I am not trying to be provocative, just understanding. I am sure, I might be well wrong (as the youth of today say..).




agreed - indeed have had those same mic' experiences myself. Sometimes the SM7 is the right thing!


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ef37a



Joined: 29/05/06
Posts: 6375
Loc: northampton uk
Re: The Placebo Effect and Vintage Gear new [Re: dubbmann]
      #912450 - 05/05/11 08:08 AM
Well I am REALLY not fit to judge (old, deaf, don't listen to "synth" music!) but I do often think "Oh! FFS not another electronics box of noises when yet another synth is reviewed (There are PLENTY of other things you could/should test SoS. Call a moritorium on synths!).

But the placebo effect extends I would say to "classical" instruments as well. I well remember seeing a docc'y about a young cellist who took her instrument to a 'tech' to have the sound post adjusted. He spent a couple of hours tapping it around (and was no doubt handsomely rewared!) but it sounded no bloody different to me! That of course is not the point. If SHE was happy all is well!

In another place I constantly read of the sonic benefits of NOS valves(and frigging capacitors!) or of one brand over another. NEVER do we get a before/after voltage or signal level table or an A/B set of .wavs!

Dave.


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Kolakube



Joined: 01/12/09
Posts: 1702
Loc: Geordieland
Re: The Placebo Effect and Vintage Gear new [Re: dubbmann]
      #912877 - 07/05/11 08:44 AM
Interesting post, I have an altered way of looking at this that In don't think anyone has considered yet though:-

Lets not underestimate the power of the placebo effect!!!

EG - We give control group 1 some smarties and tell them is a multi vitamin and they feel great. We give control group 2 the actual vitamin and they feel great also.

In Vietnam the US government issued a placebo pill to help US troops deal with the intense heat. Soldiers reposted feeling far more comfortable after taking one smartie a day for a week. Some took to wearing long sleeve shirts when off patrol!

So, lets not underestimate the power of the Placebo, its healing effects and how it improves things for unknowing users and test subjects defies scientific description proving that the human mind has an enormous effect on the perception of ones well being..


To tie this in with this thread:-

I "feel" my hardware set up sounds better and the actual over all experience of having a tangible character filled instrument under my fingers, that I have ownership of and have lusted after whist saving up cash sounds better.

Perhaps in a pepsi challenge when rammed through all the FX you mention IE in a mix I wouldn't be able to tell them apart is a valid point. So how can it sound better to me then? Well, perhaps it doesn't...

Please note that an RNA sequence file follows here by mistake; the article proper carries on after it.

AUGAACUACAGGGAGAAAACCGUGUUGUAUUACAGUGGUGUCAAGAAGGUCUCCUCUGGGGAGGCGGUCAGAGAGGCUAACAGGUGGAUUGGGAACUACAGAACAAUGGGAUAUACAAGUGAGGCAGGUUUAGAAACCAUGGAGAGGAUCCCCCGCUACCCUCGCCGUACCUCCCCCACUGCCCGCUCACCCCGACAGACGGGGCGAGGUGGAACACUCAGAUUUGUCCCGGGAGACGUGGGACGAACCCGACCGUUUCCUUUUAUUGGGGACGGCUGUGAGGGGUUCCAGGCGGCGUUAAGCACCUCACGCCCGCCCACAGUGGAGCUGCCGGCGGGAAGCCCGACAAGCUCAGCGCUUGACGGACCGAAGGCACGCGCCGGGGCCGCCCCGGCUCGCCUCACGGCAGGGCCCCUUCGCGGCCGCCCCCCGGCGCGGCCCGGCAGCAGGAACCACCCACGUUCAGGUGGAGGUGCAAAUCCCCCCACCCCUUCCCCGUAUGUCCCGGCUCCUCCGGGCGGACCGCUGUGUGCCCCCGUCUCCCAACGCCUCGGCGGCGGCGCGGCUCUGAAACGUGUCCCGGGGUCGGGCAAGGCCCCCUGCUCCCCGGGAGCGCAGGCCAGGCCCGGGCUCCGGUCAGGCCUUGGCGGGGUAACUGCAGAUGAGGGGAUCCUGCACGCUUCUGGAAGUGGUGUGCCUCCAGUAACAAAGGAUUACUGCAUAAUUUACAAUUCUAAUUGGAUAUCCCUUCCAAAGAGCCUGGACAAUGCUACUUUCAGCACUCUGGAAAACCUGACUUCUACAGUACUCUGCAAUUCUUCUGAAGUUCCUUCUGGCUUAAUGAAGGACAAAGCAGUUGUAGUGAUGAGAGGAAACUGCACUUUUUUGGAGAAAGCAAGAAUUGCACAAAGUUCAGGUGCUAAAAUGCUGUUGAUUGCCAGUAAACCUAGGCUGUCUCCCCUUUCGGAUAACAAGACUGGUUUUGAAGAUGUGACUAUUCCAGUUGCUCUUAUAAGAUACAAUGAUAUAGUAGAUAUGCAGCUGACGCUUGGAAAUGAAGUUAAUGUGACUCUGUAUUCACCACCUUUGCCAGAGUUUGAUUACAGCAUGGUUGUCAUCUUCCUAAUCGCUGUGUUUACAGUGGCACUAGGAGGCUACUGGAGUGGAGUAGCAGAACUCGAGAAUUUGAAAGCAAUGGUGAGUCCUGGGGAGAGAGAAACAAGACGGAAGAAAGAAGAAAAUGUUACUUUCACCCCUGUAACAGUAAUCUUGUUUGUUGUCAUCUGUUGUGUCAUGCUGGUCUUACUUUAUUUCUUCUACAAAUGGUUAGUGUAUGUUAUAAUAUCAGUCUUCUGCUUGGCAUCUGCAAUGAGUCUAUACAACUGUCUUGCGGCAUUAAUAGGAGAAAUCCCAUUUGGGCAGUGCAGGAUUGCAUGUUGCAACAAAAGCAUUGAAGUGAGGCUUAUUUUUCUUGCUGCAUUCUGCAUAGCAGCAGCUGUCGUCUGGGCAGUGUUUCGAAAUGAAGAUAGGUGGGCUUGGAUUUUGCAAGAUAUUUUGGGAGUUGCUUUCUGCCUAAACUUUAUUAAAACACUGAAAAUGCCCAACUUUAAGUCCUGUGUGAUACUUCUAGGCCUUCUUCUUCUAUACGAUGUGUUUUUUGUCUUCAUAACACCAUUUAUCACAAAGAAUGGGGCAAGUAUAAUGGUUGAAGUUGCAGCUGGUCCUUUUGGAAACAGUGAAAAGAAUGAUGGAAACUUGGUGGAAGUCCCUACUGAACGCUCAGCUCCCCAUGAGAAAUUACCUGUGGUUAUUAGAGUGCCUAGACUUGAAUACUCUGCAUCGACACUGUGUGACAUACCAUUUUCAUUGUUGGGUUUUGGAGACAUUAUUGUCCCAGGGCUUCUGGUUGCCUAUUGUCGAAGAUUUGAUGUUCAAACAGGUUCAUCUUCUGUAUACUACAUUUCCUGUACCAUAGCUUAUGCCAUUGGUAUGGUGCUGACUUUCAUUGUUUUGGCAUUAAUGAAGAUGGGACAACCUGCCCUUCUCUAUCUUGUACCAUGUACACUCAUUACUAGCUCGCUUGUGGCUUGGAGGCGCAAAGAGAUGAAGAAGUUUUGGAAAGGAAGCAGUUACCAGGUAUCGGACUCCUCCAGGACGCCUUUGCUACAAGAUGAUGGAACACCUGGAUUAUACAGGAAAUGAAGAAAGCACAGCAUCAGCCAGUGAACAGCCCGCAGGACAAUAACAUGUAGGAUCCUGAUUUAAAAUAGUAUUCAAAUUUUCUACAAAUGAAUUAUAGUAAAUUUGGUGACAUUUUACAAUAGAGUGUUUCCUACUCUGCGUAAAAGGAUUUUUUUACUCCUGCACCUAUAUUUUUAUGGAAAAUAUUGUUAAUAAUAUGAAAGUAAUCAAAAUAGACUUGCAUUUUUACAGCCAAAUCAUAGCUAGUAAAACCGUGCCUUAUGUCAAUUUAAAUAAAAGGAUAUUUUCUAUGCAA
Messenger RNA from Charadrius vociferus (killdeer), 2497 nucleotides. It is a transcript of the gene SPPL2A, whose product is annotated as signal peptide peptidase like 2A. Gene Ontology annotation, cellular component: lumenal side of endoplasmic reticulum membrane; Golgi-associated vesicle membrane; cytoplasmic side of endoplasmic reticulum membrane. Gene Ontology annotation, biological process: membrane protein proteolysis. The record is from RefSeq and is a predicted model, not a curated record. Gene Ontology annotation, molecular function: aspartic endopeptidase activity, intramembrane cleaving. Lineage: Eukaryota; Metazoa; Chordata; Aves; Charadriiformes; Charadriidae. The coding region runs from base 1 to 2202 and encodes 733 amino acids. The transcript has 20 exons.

But..

... thanks to the ownership and touchy feely experience for me at least it offers the placebo effect and as such I perceive it to sound better. As such the whole experience (not just sound) drives me on to compose far better music.

So again , yes, maybe it is a Placebo but as I highlighted above Placebos DO make a difference.


However, not wanting to kick this all of again as we just all contributed to the largest thread on the SOS vintage forum ever covering what im about to say.....

I love my hardware studio with classic gear. Theres just something inspiring to me about using this kit and nothing else. As such no matter what tools are better or worse than whatever the fact remains for myself "I" am actually better in this environment.


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Chaconne



Joined: 21/02/05
Posts: 1293
Loc: Oxford
Re: The Placebo Effect and Vintage Gear new [Re: dubbmann]
      #913003 - 07/05/11 07:06 PM
Absolutely spot on Kola - head nailed.

I had an interesting thing happen the other night. I tried out a recommended JX8P plug in - a freebie. I started it up expecting another paper thin impression, but was actually gob smacked by how good it was. I would say 95% there and easily as good as anything from Arturia.

The thing is I love my JX so much, I did not WANT it to be good. So I started listening for flaws - and yeah it is not quite there - but if I am honest that 5% would easily be compensated for by ease of recall, programming, not have to record it etc. But i felt stupid, why have an existential crisis over the brilliance of modern DSP?

Its because I felt I had to use the plug in for some reason. Whereas before I always started a drum machine, and worked out songs first, recording ideas to tape, now I could see no reason not just to get a dummy keyboard and just get on with the VST's.

But then I saw a video of the guy from a well known dance act with his ridiculous collection of synths, sequenced by Sonar 1 or something, and saw his methods were the same - live drum machine and synths first. Ideas first - computer later. I smiled and felt justified. I knew I was not the only one!

So I know what Kola means. I am not anti VST, or digital, or computers at all, and should never ever spend, waste, any more of my life worrying over these issues - nobody is telling me how I have to work.

Whatever works for me - even if I like the smell of my room when too many transformers have been on - thats what I do.

After all, music itself is one big placebo. Ultimately you can use all the best gear in the world, and somebody will isten to it and go 'meh', wereas somebody else will melt, maybe even cry.

Music itself is not a drug -- but a pretty powerful placebo. Irrational and inexplicable and not reducible to sample rates.

--------------------